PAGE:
One of the most common criticisms of the Chevy Volt has nothing to do with the car itself—it’s that there are so few of them available. General Motors shipped the first 360 Volts to dealers last month, but for the first quarter of this year you can only buy a Volt in six states and Washington, D.C. GM has obviously been hearing the same complaints. Today the company announced that it would make the Volt available in all 50 states by the end of this year—six months earlier than the original plan.
This is the second piece of news in less than a week that suggests GM is seeing greater demand for its plug-in than anticipated. Last week, two unnamed sources told Bloomberg Businessweek that GM CEO Dan Akerson wanted to increase production of the Volt to 120,000 cars next year. To put that number in context, GM plans to build 10,000 Volts this year. GM’s original 2012 target was 30,000 Volts; last July, apparently feeling feisty, they bumped that number to 45,000. So 120,000 Volts would be a major jump, and we’re particularly curious how LG Chem, the Korean company that builds the car’s lithium-ion battery cells, will handle the demand.
Whether the 120,000 number is true or not, expect the accelerated arrival of Volts (not to mention the Nissan Leaf, which is also rolling out nationwide by the end of the year) to focus attention on the current lack of public charging infrastructure. Nissan, whose all-electric Leaf will also be available in all 50 states by the end of the year, likes to point out that while charging spots are scarce now, by this time next year there should be some 13,000 public chargers installed nationwide. We hope that happens. If not, cities dense with apartment dwellers are going to be challenging for these cars, as Mike Spinelli’s quest to charge a Volt in New York City, posted over at Jalopnik, makes clear.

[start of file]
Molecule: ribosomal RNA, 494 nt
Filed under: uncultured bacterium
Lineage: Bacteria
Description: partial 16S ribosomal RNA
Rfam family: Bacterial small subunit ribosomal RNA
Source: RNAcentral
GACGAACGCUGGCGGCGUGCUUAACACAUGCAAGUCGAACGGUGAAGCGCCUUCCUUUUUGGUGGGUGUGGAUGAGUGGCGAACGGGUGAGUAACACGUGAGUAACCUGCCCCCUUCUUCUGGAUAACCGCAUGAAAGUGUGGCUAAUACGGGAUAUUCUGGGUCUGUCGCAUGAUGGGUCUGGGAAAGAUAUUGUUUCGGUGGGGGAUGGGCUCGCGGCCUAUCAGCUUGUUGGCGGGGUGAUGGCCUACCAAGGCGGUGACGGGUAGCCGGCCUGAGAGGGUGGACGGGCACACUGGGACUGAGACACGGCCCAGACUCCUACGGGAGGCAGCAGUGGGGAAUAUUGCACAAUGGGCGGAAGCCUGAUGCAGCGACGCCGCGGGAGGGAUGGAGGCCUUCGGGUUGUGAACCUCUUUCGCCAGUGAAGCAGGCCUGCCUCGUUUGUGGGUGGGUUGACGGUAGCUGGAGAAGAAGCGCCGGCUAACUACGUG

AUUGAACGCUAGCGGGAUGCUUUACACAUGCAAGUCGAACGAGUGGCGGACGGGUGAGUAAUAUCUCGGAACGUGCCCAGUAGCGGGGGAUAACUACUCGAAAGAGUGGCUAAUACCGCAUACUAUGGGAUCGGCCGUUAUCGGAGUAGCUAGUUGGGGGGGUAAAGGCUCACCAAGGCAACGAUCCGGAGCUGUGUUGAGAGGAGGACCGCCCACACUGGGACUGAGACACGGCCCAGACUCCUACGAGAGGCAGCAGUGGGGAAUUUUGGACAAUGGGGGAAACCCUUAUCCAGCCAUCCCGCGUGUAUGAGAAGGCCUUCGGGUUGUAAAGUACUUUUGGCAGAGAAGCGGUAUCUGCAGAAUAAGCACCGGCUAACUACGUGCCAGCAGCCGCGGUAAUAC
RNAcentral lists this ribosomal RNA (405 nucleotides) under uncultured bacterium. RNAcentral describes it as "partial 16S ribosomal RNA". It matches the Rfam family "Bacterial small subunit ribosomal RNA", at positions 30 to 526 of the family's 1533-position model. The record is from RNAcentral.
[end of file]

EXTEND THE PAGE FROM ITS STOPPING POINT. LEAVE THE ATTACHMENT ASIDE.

Bottled Lightning is a blog series by Seth Fletcher, Senior Associate Editor at PopSci and author of Bottled Lightning: Superbatteries, Electric Cars, and the New Lithium Economy,_ to be published in May 2011 by Hill & Wang/Farrar, Straus & Giroux. The book is about lithium, the rechargeable lithium battery, and the technological transformations it has helped (or will help) make possible—the wireless revolution; the burgeoning electric-car revival; the coming spread of clean energy. Seth also posts off-the-cuff observations on these and other subjects on Twitter._